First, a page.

The three words in the title above are well-understood but often misused. When it comes to business and the web specifically, there is a lot of confusion about these three little words and how they relate. Let me try to clear it up.

Goals are the top of the pyramid and are few and largely static.

Goals shouldn’t change very often and the number of goals should be manageable. Goals tend to be big, sweeping things that serve the primary function of the organization. They shouldn’t be too vague (“increase sales”) or too specific (“get on Facebook”). A goal should be something like “grow market share in the education sector”. This is telling us what we desire and where we desire it. It implies a benchmark (current market share) and a tangible way to measure success. Another example goal might be “issue a new release of our software every quarter.” Again, it tells us what to do, when to do it and implies that we are not doing it now.

Strategies are conceptual, nonspecific ways to achieve the goals.

There are generally several strategies per goal and they tell us what to do, not how to do it. The strategies may change depending on their success or failure. A strategy for our first example goal above might be “inspire students to talk to their parents about our products.” Another strategy might be “draw attention to our products via social media sites.” For our second example goal we might have a strategy “create better information on project status and progress” or “keep the team delivery-focused.”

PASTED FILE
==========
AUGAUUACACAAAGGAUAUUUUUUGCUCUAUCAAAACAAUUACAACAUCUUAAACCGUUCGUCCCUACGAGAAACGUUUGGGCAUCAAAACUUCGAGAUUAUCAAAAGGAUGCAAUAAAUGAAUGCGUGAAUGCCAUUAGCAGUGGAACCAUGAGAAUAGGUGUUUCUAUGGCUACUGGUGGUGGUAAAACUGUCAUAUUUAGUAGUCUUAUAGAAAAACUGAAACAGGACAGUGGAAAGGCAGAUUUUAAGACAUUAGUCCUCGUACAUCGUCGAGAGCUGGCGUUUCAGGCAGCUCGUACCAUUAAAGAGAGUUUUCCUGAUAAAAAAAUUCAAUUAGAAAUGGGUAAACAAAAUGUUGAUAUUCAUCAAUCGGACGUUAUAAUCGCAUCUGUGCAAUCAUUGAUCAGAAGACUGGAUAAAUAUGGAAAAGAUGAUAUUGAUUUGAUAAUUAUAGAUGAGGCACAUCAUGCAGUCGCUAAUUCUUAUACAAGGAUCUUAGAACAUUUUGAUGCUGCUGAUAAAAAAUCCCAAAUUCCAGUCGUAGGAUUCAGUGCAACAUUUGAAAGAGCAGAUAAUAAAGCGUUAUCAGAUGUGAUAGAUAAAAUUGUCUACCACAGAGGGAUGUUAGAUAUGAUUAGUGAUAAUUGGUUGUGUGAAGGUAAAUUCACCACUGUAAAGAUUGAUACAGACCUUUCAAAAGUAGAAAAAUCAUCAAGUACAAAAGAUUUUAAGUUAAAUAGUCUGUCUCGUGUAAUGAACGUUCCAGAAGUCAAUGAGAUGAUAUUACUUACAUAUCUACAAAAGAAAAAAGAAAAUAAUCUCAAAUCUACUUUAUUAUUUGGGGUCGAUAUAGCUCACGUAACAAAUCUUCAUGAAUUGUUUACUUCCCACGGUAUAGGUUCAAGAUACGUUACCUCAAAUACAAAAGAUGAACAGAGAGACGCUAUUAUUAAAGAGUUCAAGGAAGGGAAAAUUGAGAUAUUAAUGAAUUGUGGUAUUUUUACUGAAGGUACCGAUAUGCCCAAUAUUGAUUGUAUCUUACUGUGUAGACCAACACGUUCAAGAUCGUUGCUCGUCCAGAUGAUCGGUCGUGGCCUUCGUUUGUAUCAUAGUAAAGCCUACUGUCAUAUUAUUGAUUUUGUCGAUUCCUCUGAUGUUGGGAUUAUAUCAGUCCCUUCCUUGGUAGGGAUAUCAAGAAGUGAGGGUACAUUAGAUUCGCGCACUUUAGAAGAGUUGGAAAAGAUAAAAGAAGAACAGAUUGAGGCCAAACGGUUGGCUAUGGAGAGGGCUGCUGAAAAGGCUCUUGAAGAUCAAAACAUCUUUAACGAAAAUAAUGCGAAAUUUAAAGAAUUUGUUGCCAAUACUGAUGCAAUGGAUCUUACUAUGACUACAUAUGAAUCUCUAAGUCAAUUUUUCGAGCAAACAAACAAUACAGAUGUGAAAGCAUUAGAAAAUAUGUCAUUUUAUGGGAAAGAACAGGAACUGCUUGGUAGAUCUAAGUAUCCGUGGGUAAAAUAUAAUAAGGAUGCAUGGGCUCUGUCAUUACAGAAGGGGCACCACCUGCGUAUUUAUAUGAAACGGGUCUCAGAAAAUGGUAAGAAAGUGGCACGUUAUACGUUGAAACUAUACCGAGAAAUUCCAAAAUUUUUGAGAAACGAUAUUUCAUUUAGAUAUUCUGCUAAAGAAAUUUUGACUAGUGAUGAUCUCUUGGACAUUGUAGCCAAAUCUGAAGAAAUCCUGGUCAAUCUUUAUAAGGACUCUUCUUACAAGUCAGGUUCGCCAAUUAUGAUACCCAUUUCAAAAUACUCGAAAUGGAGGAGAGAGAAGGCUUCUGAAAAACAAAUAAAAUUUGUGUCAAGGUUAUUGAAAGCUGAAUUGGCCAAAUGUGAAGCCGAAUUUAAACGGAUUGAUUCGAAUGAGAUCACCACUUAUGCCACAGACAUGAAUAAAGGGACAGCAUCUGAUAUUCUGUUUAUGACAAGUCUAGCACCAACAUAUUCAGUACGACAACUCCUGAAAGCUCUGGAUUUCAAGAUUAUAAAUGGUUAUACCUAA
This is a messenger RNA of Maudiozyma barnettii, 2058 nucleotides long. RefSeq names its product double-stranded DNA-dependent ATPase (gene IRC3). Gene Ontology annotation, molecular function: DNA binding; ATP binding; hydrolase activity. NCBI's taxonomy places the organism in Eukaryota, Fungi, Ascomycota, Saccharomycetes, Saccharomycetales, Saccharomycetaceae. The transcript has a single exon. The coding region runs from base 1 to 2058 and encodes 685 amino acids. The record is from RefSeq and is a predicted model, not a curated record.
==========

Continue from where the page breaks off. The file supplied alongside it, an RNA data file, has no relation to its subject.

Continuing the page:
Tactics are experiments.

They are things we are going to try to enact our strategy. There are a lot of them and they all serve a specific strategy. We throw out the ineffective ones and reinforce the effective ones on an iterative basis. We mentioned “get on Facebook” above. It’s a horrible goal and not a well-articulated strategy but it is a perfectly good tactic. Maybe Facebook can draw attention to our products and inspire kids to talk to their parents about it. For our second example, tactics include daily re-estimation sessions, nightly builds or a shared whiteboard with today’s deliverables. With every tactic you should be able to state the strategy it is supporting. In retrospect you should be able to¬†prove¬†whether a tactic helped, hurt or was neutral to the strategy.

Said another way, goals are why, strategies are what and tactics are how.

I will close with a seafaring analogy. The Queen says, “Go get gold from America.” This is a goal. The Admiral says “We shall avoid the pirates by taking the northern route.” This is a strategy. The Captain says, “Raise the mainsail and trim the jib!” These are tactics. The Queen wants something done. The Admiral sets the course, the Captain takes care of the million little details to sail the course.

This is not pedantic. The meanings behind these words are a guide to our thinking. If you create tactics instead of strategies, you have no star to steer by, no Admiral focused on the big picture. I never denigrate tactics. They are where the rubber meets the road. But the key to success is understanding how, and if, they are serving your strategic goals.

About Michael
Michael is the Chief Scientist at Clockwork. He is a tech dork, musician, astrophysicist, and former CFO. He likes data and good ideas. He blogs at lolife.com and podcasts at Slacker Astronomy.
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